Dec 222016
 

By Jenna Ebener

(Editor’s note: Jenna Ebener, a graduate of St. Ambrose University in Davenport, is a social worker at a school in Colorado for students with a combination of medical, cognitive and behavior disabilities. She relies on God every day to aid her on this wonderful, yet intense journey.)

A sign that I am with the perfect population for me is when I reflect on how focused I become when my students are faced with a particular challenge. One time, I was with a student heading back to his classroom after a session together. We had to walk down two hallways, go outside and enter his classroom in a separate building. When presented with a physical challenge of this magnitude, the student exhibited frustration through self-injurious behaviors. I responded on instinct by using mats to block him and collaborating with his para-educators to anticipate what he might do. Meanwhile, we were keeping him moving towards his destination.

Ebener

After we safely arrived in his classroom, a nurse and our principal came up to me and expressed their appreciation for our collaboration and efficiency. It was not until they spoke to me that I had even realized we passed them in the hallway.

When I am with a student in crisis, my attention is 100 percent on that student. I am constantly focusing on what is happening in that instance, how I can keep the student and those around him or her safe, and how to best help the student. I am not aware of anything else going on that is not impacting the student. This single-minded focus reinforces the certainty that my place is at this school. God has blessed me with the gift of being able to tune out distractions and focus my soul on the student in need. I let go in those situations and let God channel through me. Looking back, I can see how God has been preparing me for these crises in an indirect way — through lifeguarding.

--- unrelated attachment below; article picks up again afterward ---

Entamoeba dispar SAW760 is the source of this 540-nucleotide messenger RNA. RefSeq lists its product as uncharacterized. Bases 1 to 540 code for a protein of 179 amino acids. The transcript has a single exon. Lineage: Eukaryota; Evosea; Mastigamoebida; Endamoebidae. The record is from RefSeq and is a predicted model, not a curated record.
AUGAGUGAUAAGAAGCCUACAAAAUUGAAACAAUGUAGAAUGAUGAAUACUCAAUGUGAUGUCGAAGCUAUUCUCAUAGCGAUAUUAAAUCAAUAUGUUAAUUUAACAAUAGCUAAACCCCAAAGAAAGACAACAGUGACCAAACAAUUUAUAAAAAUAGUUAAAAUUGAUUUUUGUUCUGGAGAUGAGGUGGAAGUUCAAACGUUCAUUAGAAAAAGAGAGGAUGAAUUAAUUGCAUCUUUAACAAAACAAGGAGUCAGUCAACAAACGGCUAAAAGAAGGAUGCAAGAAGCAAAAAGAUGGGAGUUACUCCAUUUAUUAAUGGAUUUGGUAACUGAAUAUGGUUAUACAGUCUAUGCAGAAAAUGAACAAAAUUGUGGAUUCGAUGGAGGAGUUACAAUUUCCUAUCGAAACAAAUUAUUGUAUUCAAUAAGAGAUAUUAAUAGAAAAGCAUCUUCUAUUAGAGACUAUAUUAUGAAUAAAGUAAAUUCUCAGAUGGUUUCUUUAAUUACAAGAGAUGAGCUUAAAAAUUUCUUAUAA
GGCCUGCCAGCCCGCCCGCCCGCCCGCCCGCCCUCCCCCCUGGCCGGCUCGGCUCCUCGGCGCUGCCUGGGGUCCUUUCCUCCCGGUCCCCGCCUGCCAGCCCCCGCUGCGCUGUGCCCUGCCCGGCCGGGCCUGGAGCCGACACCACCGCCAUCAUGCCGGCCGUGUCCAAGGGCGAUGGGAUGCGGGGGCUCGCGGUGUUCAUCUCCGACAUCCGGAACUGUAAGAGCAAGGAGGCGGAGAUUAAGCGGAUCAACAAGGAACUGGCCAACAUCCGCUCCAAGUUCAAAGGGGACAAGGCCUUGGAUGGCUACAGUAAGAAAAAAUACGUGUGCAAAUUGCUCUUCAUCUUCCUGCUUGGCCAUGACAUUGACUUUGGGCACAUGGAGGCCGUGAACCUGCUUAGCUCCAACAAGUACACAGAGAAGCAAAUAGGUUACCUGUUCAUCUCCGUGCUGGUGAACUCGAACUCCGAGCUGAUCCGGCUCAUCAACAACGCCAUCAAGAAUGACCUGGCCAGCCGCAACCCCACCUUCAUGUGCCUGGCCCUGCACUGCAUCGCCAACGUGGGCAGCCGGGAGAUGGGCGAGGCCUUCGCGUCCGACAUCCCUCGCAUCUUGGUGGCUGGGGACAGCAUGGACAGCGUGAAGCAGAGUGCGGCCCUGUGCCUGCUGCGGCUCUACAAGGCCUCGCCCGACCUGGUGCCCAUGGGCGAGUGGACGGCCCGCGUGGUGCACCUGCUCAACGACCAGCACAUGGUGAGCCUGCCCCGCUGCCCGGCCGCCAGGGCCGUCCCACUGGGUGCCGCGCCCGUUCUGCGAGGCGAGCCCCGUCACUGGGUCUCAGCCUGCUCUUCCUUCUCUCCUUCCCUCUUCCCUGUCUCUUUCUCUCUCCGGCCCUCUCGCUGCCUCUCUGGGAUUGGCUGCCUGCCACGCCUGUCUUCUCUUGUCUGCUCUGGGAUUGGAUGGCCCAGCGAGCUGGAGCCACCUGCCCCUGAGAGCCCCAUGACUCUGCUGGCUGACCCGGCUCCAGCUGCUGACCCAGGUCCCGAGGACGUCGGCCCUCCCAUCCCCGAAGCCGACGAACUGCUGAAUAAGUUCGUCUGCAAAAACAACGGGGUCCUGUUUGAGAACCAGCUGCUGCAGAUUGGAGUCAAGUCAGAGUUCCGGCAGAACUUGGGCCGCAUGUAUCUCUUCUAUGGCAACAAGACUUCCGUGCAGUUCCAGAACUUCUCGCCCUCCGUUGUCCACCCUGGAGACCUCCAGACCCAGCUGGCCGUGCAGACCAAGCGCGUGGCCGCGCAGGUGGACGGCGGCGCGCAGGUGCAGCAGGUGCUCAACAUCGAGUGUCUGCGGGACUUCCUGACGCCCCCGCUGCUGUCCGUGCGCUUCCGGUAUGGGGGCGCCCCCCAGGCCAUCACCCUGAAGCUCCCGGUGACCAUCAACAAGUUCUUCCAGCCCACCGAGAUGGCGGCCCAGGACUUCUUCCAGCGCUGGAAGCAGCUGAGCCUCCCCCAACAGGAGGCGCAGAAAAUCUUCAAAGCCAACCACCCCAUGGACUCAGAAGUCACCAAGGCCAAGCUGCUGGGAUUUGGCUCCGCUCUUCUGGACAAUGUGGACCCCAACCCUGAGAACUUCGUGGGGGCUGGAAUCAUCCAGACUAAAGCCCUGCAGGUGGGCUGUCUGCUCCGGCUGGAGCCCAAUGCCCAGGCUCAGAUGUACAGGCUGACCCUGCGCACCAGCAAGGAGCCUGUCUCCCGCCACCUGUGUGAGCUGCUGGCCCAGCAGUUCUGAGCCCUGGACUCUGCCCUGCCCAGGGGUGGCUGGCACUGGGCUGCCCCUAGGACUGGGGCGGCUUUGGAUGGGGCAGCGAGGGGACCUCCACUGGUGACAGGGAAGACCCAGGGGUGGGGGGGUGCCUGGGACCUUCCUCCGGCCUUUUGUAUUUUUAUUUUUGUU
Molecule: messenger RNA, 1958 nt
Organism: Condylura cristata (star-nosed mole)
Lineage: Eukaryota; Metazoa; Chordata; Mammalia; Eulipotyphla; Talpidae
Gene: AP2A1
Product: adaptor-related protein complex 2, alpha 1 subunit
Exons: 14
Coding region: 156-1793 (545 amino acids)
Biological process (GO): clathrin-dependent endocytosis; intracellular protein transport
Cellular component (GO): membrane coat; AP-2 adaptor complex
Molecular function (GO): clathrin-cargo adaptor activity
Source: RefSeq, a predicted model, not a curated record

Ever since I was young, I knew I wanted to be a lifeguard. Swimming was my favorite sport, my mother had been a lifeguard, and I simply knew that was what I wanted to do. When I turned 15, I took the test and became the youngest lifeguard at my local YMCA. I was a lifeguard for seven years, and it trained me to be vigilant of my surroundings and to keep my head in crisis situations. Responding became second nature to me, and I took it very seriously. I stopped lifeguarding after entering graduate school, and I thought I had left that part of my life behind me.

While I always enjoyed the responsibility and preparedness I gained from that role, I now recognize that lifeguarding was another way God has been guiding me all of my life. The seven years of training accustomed me to responding effectively in crisis situations, taking initiative and delegating roles. Those skills have been invaluable in my time as a school social worker in responding to almost daily crisis calls. It is amazing to me that something I knew I wanted to do was really God giving me the opportunity to develop skills I would need in the future. The more I reflect, the more I see how God has laid the foundation for the path I am currently on.

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